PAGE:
The daily Tar Heel. (Chapel Hill, N.C.) 1946-current, July 19, 1957, Page 1, Image 1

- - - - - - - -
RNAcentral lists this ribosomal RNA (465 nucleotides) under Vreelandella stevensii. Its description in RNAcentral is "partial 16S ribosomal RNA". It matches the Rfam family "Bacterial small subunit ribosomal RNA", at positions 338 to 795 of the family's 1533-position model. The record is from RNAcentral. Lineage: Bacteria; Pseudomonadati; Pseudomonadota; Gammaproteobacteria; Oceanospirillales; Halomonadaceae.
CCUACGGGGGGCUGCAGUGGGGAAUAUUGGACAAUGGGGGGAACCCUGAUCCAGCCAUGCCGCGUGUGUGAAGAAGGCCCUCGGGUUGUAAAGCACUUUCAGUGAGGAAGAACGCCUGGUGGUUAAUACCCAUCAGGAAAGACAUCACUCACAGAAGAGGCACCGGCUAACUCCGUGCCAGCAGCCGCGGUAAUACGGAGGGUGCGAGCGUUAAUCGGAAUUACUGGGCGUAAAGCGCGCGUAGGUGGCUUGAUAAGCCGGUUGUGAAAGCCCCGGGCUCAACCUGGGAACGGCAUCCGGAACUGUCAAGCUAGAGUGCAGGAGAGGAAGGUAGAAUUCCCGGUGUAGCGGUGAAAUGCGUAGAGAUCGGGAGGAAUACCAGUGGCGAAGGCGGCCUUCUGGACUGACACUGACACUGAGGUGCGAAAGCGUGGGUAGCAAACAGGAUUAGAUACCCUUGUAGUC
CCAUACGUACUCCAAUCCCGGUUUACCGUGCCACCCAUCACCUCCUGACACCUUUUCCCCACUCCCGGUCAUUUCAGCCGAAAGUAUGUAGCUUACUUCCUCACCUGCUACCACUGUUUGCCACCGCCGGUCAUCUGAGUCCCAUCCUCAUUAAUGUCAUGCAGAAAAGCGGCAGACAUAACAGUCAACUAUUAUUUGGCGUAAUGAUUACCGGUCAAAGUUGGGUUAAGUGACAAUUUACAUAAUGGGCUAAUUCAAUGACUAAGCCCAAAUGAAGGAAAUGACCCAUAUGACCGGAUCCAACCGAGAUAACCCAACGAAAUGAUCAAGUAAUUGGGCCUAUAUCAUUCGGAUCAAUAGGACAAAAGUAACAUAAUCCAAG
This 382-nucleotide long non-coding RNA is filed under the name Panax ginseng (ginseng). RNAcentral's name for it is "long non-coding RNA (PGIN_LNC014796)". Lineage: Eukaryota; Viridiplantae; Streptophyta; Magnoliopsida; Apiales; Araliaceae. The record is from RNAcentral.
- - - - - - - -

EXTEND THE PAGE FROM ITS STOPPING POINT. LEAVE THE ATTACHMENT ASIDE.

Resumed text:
EALPONY VOLUME 5 CHAPEL HILL. N C . FRIDAY. JULY 19. 1957 NUMBER 6 harlie Wolf Named Acfin resi ummer term : r emm, wgmm jv f j j f f i j .. r j ar dent For S llllP" -& 111 JSlftte t - "-v. f f I n f ' - W ' ' ' - - fillip J t , , turns'-. . . , w.j.,...., Zm ( Photo By Bill King) CHARLIE WOLF OF CHAPEL HILL Acling President Of Sludenl Body Hypnotist Dr. Franz Polgar To Give Show Wednesday By CORT EDWARDS Demonstrating a unique pair of glasses which enable the wearer to see through clothing, hypnotist Franz Polgar will return to the Carolina campus Wednesday night, July 24. His show of mysticism, mirth, and E.S.P., which is sponsored by the Summer Activities Council, will be presented in Memorial Hall at 8 p.m. Admission will be free. Starting the show, Dr. Polgar usually hypnotizes 15 to 20 vol unteers and sends them on an imaginary airplane trip. When they reach 30,000 feet in the imaginary plane the hypnotized subjects begin to shiver from the cold and move around to get warm. The next moment when he tells them that they are at 3,000 feet and that it is unbearably hot in the plane, the subjects visibly begin to perspire. If you want to know who you were in 1066' A.D., be sure to vol unteer to become' a hypnotized subject of Dr. Franz Polgar, arid let him delve into your sub conscious. Perhaps the most popular demonstration of the power of A- . ? - ; - -- V. -' 1111 1 -mi mm DR. FRANZ POLGAR To Enieriain Students hypnotism, is his "nude-glasses" trick. Dr. Polgar tells his sub jects, while they are under hyp nosis, that when they awake they will discover that the special glasses of his will enable them to see through all kinds of clothing. The glasses, which don't even have glass in them, become a mirror of man's mind as the sub ject, looks out into the audience, to see row after row of nude men and women. Summer Choral Group Sets Plans For August Concert The Summer School Chorus, under the direction of John Shan non, began rehearsing yesterday for their August 13 Concert. In a plea for more members, director Shannon said, "There are no tests, tryouts, or previous ex perience necessary to sing in the chorus. All you have to do is to come to the rehearsals." He also added that he would like to see many of the Junior Playmakers and townspeople, as well as students, come over to join the present members. The rehearsals are held every Tuesday and Thursday afternoon at 4 p.m. in 108 Hill Hall. Shannon replaced Thomas Sib ley as director of the chorus be cause difficulties, which have recently occurred, prevented Sib ley from continuing. A graduate of Davidson Col lege, John Shannon has studied music at Carolina for the past four years and is planning to teach music in-the near future. By NANCY HILL Charlie Wolf, a graduate stu dent in sociology, is serving as acting president of the student body during the second summer session, according to a recent an nouncement by Sonny Evans, stu dent body president during regu lar session. Wolf is serving with Andrea Stalvey, secretary-treasurer who continues in the position she held first session. Evans stated in announcing his appointment of Wolf, "He has done a great deal of research in the field of student government and possesses a mature under standing of the problems which confront us. I know that every one will find him a pleasant but firm leader with a wealth of knowledge who will guide us through the rest of the summer." HEADS COUNCIL Evans also announced the ap-' pointment of Pat Dillon as chair man of Women's Honor Council for the second term. Miss Dillon replaces Katherine Coe, who held the position first session. Two changes in the member ship of Women's Honor Council were also announced by Evans. Dot Johnson and Jane Johnson have been named to replace Bobby Madison and Martha For tune for the second session. Caribbean Cruise On Friday, July 26 the court alongside Memorial Hall will be the scene of another dance sponsored by the Summer School Activities Council. The dance, called "Caribbean Cruise," will be held from 8-11 p.m. All students are invited. More details next issue. Evans, who served first session in his regular capacity, left Caro lina earlier this month on a Navy ROTC cruise. In appointing Wolf as acting student body president, Evans cited the Student Constitution's stipulations as to the head of Summer School Student Govern ment. . CITES CONSTITUTION The Constitution states that "In the event that the duly elected president . . . shall not be en rolled in summer school,- there shall be an acting president of the student body who shall be appointed by the president of the student body and confirmed by the student legislature." As acting president Wolf's duties will be to appoint the chairmen and members of tem porary committees which operate during summer school, and to call and preside over all meetings of the Summer School Student Government Board. The govern ing board acts as the supreme governing body during the sum mer session. The acting president also repre sents the student body in all deal ings with students of other col leges or universities, the faculty and the board of trustees. Drs. Heard, Godfrey Named Deans By UNC Trustees President Friday and Chancel lor Aycock have jointly announ ced the appointment of Prof. James L. Godfrey to the position of Dean of the Faculty. At the same time, Prof. Alex ander Heard was named Dean of the Graduate School. Announcement of the appoint ments came after a meeting of the executive committee of the Board of Trustees presided over by Gov.- Luther H. Hodges who approved the selections. Godfrey, whose appointment will become effective September 1, succeeds Dean Corydon P. Spruill, who has asked to be returned to teaching duties in the economics department. Spruill will continue as Dean of the Faculty until September. Heard, now on leave from Chapel Hill and a visiting pro fessor at Harvard University, will be Dean of the Graduate School effective February 1, 1958. Mr. Heard succeeds Prof. Arn old K. King, Associate Dean of the Graduate School since 1945. Dean King had asked to be re turned to full-time teaching du ties September 1 in the School of Education where he is a profes sor; however, he will serve as Acting Dean of the Graduate School until February 1, 1958. The title of the office, in the new Graduate School structure of the Consolidated University, has been changed from associate dean to dean. Dr. Godfrey, who teaches in the history department, received his A.B. in 1931 from Roanoke College; his M.A. in 1933, from UNC, and his Ph.D. in 1942 from the University of Chicago. He has been a member of the faculty at Chapel Hill since 1936. Dr. Heard who is a professor in the . Department of Political . Science received his A.B. in 1938 from UNC, his M.A. in 1948 and Ph.D. in 1950 from Columbia Uni versity. He has been a member of the faculty at Chapel Hill since 1950. r (f JAN SAXON Sings Here Tuesday. July 23 Soprano Jan Saxon Featured In Series Jan Saxon, lyric coloratura of Charlotte, will be featured in the Tuesday evening concert series July 23 in Hill Music Hall. Sponsored by the Music Department, the con cert will begin at 8 p.m. and is open to the public without charge. Miss Saxon previously attended UNC as a special student in dramatic arts while pursuing vocal studies with Walter Golde of Chapel Hill renowned accompanist as well as one of the lead ing voice teachers in the country who will accompany her Tuesday night. This past year the attractive young soprano appeared as soloist with the University Chorus in the "Christmas Story" and as Olympia, the doll, in "Tale's of Hoffman." She has also given several concerts for the Petites Musicales and was soloist with the Basingstoke Gilbert and Sullivan Sex tette. Equally in demand as an actress, Miss Saxon has not only appeared in many Playmaker produc tions and the outdoor dramas "The Highland Call" and "Horn in the West," but was chosen to por tray the leading role of Eleanor Dare in 1956 in "The Lost Colony."